Are You A Nice Guy?

My wife and I just returned from a few exciting weeks in Italy, and something I noticed as we visited locations in northern Italy, like Rome, Florence, Venice, Tuscany, and the Italian Rivera was how amazingly courteous everyone was, especially while negotiating the many narrow streets. Pedestrians, motorcycles, bicycles, scooters, cars, trolleys, taxis, and even a few buses all squeezing by one another, and all devoid of honking, yelling, cutting one another off, or flipping the proverbial bird. Milan was another story!

Courteous drivers and pedestrians together on the same street. You’re kidding, right? It was an amazing phenomenon to witness. Quite a sight to see first-hand, especially if you’ve ever tried to cross the street in Los Angeles, New York, or San Francisco.

There are many times we race our best friend, or our own teammates, but competition is only on the track. When both racers line up their racecars, and then once they cross the finish line, they congratulate each other on a great pass.

As I written before, many times race after a race, I’ve seen racers take parts out of their own stash just so their competitor can race the next round. In fact, I’ve personally loaned important parts to competitors who were going to be racing neck to neck with me for a championship. I’m sure they would have done the same for me. It’s all about respect, on and off the track. Now don’t get me wrong, there are times when letting others know you’re not an easy mark, one who’s not going to be easily pushed around, having a bit of a reputation is equally important.

As a taxi driver motioned to my wife and I to cross in front of him on a narrow street, a Vespa went around the other side of us and without giving it a thought, a lot of pedestrians casually squeezed to both sides of the same narrow street, to allow the taxi to pass. I began thinking about the many endurance races I’ve competed in, with all classes of cars on the track at the same time, some fast as hell while others gave meaning to the term “bricks.”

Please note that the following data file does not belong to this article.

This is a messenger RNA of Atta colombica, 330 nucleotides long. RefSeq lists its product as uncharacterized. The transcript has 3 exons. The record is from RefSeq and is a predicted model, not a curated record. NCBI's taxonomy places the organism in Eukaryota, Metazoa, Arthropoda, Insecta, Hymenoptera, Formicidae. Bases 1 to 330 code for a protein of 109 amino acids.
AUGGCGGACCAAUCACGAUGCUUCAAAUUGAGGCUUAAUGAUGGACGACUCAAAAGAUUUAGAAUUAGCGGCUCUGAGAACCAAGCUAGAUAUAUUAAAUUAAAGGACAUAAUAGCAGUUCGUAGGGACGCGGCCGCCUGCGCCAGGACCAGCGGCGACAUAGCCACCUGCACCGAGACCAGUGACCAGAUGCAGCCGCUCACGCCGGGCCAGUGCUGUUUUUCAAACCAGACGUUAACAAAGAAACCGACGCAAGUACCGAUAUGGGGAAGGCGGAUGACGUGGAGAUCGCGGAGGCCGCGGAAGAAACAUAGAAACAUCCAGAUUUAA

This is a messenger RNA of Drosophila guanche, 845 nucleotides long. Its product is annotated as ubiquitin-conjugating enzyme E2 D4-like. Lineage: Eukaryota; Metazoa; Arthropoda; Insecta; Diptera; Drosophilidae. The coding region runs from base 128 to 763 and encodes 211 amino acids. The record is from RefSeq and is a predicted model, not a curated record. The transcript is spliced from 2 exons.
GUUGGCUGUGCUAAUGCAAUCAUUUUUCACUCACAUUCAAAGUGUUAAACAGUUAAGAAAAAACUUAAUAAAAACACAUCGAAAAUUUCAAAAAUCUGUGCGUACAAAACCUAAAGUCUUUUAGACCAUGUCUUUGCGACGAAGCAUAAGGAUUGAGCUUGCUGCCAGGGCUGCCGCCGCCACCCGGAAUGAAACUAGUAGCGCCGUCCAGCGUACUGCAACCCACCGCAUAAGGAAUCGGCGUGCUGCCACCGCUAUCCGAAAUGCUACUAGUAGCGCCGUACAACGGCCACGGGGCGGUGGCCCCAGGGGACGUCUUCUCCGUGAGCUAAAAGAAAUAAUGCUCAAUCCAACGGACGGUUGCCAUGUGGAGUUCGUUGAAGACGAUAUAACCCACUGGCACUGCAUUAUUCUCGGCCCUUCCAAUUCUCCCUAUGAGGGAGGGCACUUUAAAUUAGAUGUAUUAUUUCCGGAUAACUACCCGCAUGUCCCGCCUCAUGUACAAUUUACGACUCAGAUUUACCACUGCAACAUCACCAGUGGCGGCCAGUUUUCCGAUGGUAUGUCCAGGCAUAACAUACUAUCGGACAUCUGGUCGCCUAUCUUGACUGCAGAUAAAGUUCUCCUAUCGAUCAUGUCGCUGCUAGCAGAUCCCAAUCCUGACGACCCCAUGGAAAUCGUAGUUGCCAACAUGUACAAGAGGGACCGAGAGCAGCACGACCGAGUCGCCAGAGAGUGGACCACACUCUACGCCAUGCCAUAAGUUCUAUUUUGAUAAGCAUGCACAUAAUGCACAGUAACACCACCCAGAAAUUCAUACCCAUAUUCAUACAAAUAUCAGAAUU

I learned years ago that there’s no finer organization than NASA when it comes to teaching the true meaning of respect. Being able to see a faster car approaching, knowing that if I give him the line, it might mean the car I am racing might be able to pass me, but choosing to let him go is just such an example of respect. Besides, if I’m confident in my skills, I’ll just pass the car again anyway. The payback comes back tenfold when one day that faster car sees what you’re doing and motions you to pass him. God, that’s a good feeling! Had I not given him the line back then, who knows what he might have done today.

While corresponding with the Ferrari Factory in Maranello prior to leaving for Italy, I was invited to test drive their amazing Ferrari 488 Challenge car on their private test track at the Autodrome of Modena. It’s easy to appreciate the excitement I felt. As the arrangements were being made, unfortunately Frederica of Ferrari and I came to the realization that due to the time constraints of our itinerary, things wouldn’t work out this time.

The good news is I now have a standing offer to drive their car the next time we return to Italy, already tentatively in the works. As it turned out, it’s just as well since on the day I was to drive, it rained cats and dogs. Karma, it’s a beautiful thing.


  1. Over the past several years I taught our 3 boys how to drive. One of the lessons I hammered home was that “driving is a collaborative effort. People that behave as if it’s a competition are shitheads. If someone wants in front of you, help them make it happen.”

    In traffic when someone behaves poorly, smile knowingly. You’ve got vastly more skills than they do, you just prefer not to wear it on your sleeve.

    • Scott, always lead by example. The dividends are rewarding. Your 3 sons will one day hand down these lessons to their children. Good job dad.

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